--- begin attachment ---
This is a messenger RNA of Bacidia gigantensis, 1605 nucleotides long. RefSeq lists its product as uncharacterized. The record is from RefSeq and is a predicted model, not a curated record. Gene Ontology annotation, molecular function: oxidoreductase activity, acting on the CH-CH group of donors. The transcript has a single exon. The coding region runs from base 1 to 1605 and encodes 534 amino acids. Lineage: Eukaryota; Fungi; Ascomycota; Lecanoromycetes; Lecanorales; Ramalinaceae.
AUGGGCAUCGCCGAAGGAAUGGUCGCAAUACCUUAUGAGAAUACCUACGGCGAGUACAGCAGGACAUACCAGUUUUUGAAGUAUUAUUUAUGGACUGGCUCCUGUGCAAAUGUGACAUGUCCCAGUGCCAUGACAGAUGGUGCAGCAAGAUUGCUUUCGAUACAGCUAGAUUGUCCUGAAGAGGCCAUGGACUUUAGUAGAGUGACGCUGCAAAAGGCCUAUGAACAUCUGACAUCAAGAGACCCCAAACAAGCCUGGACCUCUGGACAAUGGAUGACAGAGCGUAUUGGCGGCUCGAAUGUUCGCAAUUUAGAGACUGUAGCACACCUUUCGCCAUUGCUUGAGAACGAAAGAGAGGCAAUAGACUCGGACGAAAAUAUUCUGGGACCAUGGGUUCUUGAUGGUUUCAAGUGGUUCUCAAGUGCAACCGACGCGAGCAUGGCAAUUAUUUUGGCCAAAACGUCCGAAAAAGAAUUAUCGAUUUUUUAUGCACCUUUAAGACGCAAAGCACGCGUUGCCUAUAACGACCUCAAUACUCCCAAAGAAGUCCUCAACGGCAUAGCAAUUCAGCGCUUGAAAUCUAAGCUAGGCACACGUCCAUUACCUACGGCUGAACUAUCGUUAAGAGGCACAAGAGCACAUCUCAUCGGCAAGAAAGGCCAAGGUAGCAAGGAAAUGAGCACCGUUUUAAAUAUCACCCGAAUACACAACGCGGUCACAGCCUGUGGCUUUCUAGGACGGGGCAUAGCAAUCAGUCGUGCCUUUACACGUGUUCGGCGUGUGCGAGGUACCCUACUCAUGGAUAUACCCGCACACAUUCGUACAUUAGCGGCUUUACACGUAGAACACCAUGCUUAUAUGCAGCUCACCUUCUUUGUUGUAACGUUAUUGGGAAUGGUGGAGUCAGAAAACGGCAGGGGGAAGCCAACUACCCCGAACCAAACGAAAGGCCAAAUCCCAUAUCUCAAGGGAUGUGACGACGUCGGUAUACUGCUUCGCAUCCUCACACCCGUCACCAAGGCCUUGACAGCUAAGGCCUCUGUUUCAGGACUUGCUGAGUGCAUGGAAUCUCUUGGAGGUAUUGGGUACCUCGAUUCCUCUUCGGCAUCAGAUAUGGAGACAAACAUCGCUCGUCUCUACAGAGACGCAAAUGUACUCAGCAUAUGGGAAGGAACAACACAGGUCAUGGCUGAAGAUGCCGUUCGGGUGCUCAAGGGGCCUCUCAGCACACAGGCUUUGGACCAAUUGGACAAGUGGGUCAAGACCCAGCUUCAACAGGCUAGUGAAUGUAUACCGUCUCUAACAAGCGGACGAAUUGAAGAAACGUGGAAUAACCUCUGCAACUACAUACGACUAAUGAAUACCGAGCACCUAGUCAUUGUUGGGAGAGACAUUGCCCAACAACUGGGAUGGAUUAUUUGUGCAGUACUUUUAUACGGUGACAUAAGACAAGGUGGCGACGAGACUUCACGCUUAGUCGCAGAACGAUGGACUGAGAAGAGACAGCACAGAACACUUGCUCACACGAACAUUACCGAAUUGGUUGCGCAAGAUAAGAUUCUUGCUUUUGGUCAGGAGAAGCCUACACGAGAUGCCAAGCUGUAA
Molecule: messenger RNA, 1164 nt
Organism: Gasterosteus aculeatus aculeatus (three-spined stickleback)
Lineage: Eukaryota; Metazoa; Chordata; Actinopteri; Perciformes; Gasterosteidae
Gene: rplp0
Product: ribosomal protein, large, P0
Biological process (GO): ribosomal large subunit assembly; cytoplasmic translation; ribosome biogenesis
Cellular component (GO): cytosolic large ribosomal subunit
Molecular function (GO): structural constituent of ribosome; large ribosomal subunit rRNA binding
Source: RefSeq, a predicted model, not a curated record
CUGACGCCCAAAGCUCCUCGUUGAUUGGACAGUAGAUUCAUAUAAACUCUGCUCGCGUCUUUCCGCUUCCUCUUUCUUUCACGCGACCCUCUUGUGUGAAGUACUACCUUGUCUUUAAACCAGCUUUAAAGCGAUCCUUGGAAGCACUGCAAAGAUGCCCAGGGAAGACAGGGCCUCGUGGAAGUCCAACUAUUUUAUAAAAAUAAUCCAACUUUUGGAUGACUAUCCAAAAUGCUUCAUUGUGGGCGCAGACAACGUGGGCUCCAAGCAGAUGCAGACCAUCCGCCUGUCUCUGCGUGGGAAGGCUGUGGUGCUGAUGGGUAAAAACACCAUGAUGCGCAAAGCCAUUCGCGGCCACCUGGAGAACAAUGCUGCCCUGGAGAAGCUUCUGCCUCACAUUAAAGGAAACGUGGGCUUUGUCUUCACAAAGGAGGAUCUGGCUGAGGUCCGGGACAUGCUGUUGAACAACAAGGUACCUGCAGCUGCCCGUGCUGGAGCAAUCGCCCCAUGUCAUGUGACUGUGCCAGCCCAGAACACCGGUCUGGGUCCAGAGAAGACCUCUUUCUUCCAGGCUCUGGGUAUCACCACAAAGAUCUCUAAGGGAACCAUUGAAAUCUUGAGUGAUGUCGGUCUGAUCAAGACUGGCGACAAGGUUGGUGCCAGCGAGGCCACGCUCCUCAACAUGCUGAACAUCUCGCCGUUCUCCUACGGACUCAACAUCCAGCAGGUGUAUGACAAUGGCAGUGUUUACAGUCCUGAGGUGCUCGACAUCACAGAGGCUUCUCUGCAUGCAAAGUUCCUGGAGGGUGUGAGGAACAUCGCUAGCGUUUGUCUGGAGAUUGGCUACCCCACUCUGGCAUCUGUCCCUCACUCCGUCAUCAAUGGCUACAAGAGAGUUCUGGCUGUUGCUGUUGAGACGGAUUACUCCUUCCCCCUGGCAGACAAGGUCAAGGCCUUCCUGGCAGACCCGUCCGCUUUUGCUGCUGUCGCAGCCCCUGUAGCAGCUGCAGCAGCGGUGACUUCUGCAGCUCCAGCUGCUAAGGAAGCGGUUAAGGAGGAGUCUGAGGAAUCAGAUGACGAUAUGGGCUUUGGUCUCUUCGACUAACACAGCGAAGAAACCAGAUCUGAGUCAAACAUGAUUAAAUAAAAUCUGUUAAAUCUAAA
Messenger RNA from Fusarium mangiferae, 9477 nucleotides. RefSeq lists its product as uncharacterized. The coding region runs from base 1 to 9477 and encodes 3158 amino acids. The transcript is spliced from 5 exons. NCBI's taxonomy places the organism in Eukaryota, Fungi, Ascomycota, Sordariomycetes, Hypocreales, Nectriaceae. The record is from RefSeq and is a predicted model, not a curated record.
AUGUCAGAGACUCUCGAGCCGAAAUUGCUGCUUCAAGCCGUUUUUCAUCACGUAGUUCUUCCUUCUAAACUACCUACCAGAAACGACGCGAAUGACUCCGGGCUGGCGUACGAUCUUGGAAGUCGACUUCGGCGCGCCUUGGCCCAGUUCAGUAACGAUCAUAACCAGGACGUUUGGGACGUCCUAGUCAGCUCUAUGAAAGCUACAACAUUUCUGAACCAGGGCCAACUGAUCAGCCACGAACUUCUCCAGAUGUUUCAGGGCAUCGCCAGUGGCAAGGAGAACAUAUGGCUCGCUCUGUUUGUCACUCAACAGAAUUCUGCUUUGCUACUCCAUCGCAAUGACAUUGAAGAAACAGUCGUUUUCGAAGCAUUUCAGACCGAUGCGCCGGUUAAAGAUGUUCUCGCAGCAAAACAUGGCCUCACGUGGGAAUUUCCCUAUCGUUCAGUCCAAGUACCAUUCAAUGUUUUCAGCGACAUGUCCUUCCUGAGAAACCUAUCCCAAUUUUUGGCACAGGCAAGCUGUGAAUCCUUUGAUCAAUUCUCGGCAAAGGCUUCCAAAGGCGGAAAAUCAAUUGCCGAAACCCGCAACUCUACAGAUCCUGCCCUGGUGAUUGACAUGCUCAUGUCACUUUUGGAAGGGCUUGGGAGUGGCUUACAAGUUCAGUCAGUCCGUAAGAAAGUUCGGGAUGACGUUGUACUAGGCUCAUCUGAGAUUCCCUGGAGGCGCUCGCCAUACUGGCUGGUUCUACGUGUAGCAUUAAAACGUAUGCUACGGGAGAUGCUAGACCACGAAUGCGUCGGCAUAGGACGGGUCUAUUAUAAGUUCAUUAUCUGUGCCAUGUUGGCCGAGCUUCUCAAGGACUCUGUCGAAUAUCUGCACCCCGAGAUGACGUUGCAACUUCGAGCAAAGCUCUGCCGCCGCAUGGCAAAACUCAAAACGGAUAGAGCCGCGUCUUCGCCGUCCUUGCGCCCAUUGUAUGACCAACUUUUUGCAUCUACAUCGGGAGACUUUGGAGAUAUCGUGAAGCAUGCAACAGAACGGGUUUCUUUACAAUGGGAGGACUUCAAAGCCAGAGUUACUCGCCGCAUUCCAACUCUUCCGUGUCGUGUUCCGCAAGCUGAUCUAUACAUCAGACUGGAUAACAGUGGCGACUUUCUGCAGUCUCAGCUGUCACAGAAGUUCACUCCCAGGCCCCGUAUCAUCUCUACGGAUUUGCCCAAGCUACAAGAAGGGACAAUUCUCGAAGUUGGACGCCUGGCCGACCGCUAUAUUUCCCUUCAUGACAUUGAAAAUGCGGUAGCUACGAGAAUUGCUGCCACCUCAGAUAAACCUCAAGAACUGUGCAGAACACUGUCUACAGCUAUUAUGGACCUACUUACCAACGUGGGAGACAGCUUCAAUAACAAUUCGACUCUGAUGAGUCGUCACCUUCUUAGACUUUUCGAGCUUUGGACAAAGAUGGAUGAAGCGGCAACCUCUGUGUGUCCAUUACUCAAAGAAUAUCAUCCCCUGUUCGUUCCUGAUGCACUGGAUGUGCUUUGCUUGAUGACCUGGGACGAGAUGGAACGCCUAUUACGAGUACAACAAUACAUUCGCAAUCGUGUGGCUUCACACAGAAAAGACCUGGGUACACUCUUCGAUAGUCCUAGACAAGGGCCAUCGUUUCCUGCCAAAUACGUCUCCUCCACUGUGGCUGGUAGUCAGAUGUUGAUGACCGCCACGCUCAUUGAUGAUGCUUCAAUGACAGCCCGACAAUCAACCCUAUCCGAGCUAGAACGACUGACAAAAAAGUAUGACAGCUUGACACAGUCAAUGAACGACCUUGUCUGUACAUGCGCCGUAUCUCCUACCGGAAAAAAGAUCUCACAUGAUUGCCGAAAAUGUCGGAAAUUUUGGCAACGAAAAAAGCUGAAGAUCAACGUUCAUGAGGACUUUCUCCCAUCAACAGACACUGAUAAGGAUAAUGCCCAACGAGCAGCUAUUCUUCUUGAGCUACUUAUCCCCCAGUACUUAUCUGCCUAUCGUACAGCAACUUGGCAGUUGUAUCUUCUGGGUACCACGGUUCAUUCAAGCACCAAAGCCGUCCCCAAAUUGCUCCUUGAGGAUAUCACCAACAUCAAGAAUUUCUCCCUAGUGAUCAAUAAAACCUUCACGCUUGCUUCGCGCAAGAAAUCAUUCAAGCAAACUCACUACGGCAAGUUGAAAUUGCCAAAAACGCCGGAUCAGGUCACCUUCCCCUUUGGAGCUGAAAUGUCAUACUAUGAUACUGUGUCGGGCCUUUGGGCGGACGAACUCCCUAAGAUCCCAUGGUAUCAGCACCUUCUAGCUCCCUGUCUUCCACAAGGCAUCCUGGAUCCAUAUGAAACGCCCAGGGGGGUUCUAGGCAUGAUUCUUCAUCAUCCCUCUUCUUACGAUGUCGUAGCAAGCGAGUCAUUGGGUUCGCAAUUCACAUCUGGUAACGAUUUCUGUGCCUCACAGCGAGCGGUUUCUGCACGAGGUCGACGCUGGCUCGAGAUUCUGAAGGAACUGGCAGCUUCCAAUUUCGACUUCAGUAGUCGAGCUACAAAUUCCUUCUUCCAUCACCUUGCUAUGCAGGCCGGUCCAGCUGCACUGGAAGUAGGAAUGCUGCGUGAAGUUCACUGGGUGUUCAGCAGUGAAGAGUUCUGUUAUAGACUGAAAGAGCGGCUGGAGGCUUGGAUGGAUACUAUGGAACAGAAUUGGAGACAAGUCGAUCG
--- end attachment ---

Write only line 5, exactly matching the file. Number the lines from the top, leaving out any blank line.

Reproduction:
Lineage: Eukaryota; Metazoa; Chordata; Actinopteri; Perciformes; Gasterosteidae